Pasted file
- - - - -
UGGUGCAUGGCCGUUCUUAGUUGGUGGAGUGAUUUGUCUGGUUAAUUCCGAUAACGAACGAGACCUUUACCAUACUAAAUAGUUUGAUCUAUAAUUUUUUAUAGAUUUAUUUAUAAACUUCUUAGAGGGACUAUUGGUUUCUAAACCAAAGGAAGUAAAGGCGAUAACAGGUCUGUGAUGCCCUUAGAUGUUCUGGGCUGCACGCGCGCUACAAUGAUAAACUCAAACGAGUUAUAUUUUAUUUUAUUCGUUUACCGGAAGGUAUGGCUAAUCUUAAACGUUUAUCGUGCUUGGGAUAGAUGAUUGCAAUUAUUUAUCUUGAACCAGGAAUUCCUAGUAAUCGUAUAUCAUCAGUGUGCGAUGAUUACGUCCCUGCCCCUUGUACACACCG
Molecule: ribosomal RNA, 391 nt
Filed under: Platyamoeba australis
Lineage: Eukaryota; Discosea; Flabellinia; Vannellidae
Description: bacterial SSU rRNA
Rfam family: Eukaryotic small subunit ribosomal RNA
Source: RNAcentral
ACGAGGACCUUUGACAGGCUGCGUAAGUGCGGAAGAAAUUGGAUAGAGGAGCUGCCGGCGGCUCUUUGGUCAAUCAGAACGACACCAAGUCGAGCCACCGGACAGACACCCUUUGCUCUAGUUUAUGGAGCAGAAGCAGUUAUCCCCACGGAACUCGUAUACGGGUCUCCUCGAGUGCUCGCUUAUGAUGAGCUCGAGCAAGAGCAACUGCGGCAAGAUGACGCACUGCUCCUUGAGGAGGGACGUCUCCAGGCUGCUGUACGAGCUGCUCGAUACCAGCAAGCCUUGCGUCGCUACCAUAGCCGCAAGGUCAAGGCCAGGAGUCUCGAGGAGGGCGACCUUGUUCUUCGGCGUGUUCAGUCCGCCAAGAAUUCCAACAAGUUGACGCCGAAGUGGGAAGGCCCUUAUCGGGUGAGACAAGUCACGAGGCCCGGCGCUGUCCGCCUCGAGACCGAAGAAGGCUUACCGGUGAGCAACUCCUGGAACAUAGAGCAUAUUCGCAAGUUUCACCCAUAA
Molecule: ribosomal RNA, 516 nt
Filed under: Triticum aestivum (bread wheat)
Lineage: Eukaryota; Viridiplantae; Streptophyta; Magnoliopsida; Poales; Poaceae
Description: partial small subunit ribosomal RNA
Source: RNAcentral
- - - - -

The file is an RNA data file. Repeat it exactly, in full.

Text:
UGGUGCAUGGCCGUUCUUAGUUGGUGGAGUGAUUUGUCUGGUUAAUUCCGAUAACGAACGAGACCUUUACCAUACUAAAUAGUUUGAUCUAUAAUUUUUUAUAGAUUUAUUUAUAAACUUCUUAGAGGGACUAUUGGUUUCUAAACCAAAGGAAGUAAAGGCGAUAACAGGUCUGUGAUGCCCUUAGAUGUUCUGGGCUGCACGCGCGCUACAAUGAUAAACUCAAACGAGUUAUAUUUUAUUUUAUUCGUUUACCGGAAGGUAUGGCUAAUCUUAAACGUUUAUCGUGCUUGGGAUAGAUGAUUGCAAUUAUUUAUCUUGAACCAGGAAUUCCUAGUAAUCGUAUAUCAUCAGUGUGCGAUGAUUACGUCCCUGCCCCUUGUACACACCG
Molecule: ribosomal RNA, 391 nt
Filed under: Platyamoeba australis
Lineage: Eukaryota; Discosea; Flabellinia; Vannellidae
Description: bacterial SSU rRNA
Rfam family: Eukaryotic small subunit ribosomal RNA
Source: RNAcentral
ACGAGGACCUUUGACAGGCUGCGUAAGUGCGGAAGAAAUUGGAUAGAGGAGCUGCCGGCGGCUCUUUGGUCAAUCAGAACGACACCAAGUCGAGCCACCGGACAGACACCCUUUGCUCUAGUUUAUGGAGCAGAAGCAGUUAUCCCCACGGAACUCGUAUACGGGUCUCCUCGAGUGCUCGCUUAUGAUGAGCUCGAGCAAGAGCAACUGCGGCAAGAUGACGCACUGCUCCUUGAGGAGGGACGUCUCCAGGCUGCUGUACGAGCUGCUCGAUACCAGCAAGCCUUGCGUCGCUACCAUAGCCGCAAGGUCAAGGCCAGGAGUCUCGAGGAGGGCGACCUUGUUCUUCGGCGUGUUCAGUCCGCCAAGAAUUCCAACAAGUUGACGCCGAAGUGGGAAGGCCCUUAUCGGGUGAGACAAGUCACGAGGCCCGGCGCUGUCCGCCUCGAGACCGAAGAAGGCUUACCGGUGAGCAACUCCUGGAACAUAGAGCAUAUUCGCAAGUUUCACCCAUAA
Molecule: ribosomal RNA, 516 nt
Filed under: Triticum aestivum (bread wheat)
Lineage: Eukaryota; Viridiplantae; Streptophyta; Magnoliopsida; Poales; Poaceae
Description: partial small subunit ribosomal RNA
Source: RNAcentral